given time and frequency.  It is NOT the ACTUAL signal power for some
finite-time, real-world sample.

I don't know what quirks the 2D surface throws at you, but to get the PSD
of a 1D sample (the time series of a signal is what I'm used to), you
need to compute FFTs for a large number of same-sized segments of the
signal, calculate the power, and then average all of those power
measurements together to get an estimate of the PSD.

Off the top of my head I don't know how many segments you need to average
together to get a good result for PSD -- but I do know that the number
depends on how you define "good": the less deviation between your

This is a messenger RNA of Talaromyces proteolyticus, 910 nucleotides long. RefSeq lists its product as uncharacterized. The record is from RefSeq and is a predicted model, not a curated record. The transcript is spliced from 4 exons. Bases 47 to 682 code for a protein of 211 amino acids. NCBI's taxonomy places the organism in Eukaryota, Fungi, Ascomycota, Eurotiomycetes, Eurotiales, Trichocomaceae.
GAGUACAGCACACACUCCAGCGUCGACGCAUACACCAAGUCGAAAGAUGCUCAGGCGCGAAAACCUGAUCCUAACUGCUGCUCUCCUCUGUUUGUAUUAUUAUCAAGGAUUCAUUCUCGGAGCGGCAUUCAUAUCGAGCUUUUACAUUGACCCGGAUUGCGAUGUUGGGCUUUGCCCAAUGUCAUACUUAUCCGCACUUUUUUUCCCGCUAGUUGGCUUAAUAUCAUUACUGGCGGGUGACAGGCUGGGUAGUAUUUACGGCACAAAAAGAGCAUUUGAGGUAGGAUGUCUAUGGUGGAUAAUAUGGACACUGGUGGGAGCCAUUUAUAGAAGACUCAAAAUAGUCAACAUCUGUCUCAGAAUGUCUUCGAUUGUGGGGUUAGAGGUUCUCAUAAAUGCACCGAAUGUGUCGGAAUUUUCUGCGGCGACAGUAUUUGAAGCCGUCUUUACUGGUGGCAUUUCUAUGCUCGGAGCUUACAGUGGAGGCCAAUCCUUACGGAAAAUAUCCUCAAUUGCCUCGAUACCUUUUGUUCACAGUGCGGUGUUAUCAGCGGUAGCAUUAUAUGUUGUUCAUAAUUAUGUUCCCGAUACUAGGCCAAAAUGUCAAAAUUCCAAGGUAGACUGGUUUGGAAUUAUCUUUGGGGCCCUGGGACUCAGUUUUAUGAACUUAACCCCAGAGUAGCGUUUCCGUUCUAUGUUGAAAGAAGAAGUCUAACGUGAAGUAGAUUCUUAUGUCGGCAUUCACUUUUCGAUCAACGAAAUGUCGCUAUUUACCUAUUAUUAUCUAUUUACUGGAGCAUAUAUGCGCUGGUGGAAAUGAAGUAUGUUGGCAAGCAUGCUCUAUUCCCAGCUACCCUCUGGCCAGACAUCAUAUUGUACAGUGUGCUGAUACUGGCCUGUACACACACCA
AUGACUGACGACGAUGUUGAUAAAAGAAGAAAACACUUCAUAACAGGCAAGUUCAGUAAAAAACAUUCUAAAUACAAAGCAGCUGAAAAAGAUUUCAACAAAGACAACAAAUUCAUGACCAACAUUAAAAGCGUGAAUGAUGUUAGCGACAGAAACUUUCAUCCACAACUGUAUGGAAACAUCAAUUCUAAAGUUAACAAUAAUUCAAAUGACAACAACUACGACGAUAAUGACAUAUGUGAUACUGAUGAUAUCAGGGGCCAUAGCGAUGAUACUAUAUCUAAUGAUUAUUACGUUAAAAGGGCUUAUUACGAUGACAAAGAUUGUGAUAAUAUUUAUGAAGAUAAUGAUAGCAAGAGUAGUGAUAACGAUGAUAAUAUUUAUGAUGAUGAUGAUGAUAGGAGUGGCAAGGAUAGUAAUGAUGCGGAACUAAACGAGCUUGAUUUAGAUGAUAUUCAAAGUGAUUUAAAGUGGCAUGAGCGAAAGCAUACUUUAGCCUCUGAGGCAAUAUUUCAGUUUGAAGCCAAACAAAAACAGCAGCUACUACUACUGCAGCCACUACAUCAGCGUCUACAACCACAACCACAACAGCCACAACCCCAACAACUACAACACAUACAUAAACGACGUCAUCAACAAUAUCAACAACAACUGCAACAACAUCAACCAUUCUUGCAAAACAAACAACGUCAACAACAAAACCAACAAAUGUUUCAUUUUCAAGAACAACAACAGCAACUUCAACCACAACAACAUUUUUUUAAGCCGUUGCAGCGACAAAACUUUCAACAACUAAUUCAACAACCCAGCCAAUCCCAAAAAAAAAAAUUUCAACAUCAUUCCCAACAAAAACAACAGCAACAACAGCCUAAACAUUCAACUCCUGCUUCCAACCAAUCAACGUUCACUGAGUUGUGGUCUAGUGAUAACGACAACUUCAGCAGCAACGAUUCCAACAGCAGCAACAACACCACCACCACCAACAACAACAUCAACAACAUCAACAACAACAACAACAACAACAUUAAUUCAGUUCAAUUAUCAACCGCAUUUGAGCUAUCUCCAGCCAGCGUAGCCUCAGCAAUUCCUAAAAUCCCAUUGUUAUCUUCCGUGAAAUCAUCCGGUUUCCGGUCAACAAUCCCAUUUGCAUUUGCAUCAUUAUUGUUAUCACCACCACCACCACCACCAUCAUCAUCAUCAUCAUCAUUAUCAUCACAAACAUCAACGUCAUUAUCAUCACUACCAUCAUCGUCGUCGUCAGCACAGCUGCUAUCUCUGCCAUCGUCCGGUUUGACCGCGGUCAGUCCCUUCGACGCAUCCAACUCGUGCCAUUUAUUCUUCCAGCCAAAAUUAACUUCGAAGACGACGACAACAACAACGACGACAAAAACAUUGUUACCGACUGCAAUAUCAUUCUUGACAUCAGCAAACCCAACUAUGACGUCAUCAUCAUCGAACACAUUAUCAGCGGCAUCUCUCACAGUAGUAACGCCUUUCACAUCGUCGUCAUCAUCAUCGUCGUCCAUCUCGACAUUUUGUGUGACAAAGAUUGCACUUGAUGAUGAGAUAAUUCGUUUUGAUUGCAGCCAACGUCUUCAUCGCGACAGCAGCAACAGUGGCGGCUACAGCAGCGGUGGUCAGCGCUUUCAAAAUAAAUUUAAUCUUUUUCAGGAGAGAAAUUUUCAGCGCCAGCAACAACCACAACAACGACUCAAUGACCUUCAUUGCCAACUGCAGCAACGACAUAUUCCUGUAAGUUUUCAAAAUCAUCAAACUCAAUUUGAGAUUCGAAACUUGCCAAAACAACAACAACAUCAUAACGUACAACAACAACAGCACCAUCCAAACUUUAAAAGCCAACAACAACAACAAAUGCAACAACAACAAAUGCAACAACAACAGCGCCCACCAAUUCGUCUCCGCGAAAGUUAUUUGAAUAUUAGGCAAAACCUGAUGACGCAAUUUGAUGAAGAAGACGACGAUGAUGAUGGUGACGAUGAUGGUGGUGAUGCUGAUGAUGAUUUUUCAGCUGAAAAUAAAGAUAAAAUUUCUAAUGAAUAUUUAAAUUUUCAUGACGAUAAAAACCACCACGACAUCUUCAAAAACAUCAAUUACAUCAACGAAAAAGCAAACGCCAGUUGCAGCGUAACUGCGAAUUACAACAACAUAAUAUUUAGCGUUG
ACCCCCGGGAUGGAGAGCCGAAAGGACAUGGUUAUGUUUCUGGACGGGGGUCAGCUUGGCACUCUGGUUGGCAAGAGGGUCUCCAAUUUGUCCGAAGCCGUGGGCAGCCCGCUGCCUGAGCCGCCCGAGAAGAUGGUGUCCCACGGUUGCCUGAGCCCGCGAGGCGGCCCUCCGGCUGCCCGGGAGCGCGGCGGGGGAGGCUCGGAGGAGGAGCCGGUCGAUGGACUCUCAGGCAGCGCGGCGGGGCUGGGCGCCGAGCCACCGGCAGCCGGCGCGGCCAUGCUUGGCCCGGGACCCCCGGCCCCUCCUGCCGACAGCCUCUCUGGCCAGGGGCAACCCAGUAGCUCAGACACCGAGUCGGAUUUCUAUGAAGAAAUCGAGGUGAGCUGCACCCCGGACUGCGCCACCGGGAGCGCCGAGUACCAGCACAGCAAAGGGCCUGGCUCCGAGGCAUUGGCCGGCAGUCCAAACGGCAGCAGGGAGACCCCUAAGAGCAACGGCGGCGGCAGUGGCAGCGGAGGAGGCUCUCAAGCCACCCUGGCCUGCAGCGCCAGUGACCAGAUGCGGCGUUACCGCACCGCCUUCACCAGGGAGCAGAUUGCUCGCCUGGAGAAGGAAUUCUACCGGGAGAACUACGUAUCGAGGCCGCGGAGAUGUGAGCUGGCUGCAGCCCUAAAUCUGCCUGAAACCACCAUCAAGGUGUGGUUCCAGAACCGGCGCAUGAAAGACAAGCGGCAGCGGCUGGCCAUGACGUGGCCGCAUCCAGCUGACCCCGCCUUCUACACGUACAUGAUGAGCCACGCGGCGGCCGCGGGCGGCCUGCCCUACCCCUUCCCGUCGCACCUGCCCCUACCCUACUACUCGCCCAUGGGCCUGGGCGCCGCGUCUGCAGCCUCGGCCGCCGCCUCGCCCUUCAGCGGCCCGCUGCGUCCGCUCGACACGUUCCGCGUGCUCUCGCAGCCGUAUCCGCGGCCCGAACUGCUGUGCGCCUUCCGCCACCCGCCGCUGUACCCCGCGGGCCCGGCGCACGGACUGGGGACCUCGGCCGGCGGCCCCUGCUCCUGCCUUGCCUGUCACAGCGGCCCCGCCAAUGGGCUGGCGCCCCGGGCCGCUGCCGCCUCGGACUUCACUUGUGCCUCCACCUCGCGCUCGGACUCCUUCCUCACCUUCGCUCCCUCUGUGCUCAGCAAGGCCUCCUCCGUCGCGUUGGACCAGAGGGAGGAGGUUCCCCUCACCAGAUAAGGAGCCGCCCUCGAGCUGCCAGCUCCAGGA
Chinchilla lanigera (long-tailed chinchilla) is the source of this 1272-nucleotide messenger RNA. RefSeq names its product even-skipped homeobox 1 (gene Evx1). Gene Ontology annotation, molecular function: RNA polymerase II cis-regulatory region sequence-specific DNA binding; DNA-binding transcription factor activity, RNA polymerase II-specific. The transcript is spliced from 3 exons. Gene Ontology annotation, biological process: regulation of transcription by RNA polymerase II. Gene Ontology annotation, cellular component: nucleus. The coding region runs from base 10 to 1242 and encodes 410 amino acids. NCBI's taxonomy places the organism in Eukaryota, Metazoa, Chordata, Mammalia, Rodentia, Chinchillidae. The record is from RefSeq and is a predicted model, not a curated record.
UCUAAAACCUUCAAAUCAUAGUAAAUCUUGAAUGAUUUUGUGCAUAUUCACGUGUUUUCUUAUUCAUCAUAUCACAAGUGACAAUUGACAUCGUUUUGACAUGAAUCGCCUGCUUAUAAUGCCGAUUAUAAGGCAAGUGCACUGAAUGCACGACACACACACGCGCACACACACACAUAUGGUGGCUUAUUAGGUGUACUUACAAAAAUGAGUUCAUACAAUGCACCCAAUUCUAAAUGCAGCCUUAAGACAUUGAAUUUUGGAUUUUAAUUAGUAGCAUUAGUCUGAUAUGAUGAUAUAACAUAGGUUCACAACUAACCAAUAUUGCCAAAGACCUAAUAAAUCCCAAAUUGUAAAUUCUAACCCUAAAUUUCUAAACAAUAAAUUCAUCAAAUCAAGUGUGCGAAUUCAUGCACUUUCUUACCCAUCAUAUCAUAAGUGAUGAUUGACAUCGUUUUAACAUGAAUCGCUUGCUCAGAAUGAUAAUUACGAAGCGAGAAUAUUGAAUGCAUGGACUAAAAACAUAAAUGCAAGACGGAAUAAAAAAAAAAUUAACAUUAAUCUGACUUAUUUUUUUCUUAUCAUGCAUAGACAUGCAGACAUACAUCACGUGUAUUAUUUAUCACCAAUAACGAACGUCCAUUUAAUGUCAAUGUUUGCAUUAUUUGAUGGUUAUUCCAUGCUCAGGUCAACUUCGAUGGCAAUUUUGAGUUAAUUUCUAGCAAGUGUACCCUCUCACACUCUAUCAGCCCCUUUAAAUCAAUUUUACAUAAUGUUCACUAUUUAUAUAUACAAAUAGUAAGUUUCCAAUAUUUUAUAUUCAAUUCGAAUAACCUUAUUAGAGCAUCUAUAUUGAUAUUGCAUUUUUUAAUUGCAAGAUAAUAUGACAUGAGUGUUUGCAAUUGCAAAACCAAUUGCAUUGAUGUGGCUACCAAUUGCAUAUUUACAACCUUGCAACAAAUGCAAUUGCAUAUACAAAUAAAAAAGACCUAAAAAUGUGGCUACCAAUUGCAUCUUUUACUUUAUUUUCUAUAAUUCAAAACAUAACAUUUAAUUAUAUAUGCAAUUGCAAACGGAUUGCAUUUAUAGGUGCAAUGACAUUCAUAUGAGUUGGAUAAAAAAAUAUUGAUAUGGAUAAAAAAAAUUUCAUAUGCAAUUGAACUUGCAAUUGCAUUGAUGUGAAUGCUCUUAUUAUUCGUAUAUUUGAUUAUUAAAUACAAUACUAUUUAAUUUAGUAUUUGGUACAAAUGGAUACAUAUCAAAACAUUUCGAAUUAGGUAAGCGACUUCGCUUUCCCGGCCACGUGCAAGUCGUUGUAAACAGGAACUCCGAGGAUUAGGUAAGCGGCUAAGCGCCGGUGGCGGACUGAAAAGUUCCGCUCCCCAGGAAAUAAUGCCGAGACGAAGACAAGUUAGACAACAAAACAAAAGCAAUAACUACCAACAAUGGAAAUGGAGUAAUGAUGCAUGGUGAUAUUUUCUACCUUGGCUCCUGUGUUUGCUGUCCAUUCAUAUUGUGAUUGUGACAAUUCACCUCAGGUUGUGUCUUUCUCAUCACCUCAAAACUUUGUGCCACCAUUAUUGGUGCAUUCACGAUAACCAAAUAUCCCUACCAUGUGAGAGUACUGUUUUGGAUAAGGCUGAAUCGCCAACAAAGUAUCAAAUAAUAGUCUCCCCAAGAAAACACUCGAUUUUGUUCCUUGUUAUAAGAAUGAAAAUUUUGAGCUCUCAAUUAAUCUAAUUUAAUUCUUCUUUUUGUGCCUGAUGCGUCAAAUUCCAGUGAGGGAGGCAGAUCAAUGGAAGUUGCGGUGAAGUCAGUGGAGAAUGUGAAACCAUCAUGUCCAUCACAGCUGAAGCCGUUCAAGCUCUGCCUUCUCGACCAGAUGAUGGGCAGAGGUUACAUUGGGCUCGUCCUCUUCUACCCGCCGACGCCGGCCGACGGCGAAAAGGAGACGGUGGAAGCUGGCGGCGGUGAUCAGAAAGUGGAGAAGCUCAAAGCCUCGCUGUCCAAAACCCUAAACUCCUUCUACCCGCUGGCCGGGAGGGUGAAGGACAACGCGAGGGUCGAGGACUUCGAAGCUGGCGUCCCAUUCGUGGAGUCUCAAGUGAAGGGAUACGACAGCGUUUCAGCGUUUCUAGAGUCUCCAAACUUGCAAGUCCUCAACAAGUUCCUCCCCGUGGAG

measured number and the underlying actual number that you can stand, the
more segments you need to average.

--

Tim Wescott
Wescott Design Services
http://www.wescottdesign.com
```
```Tim Wescott  <seemywebsite@myfooter.really> wrote:

>On Wed, 12 Aug 2015 08:54:23 -0500, akhil1449 wrote:

>> HI, I am a mechanical engineer, to generate surface roughness, I am
>> following an algorithm. I need to find autocorrelation and psd of the
>> input random matrix.

>> v=randn(50,50)

[snip]

>> By theory, the psd must be a constant value, but I get a range of values
>> varying from 0.02 to 3.7
>>
>> Kindly advise me if there is any problem in this code?
>
>I'm not sure what all you're doing, yet I think I know what your problem
>is.
>
>Power spectral density is the expected value of the signal power at any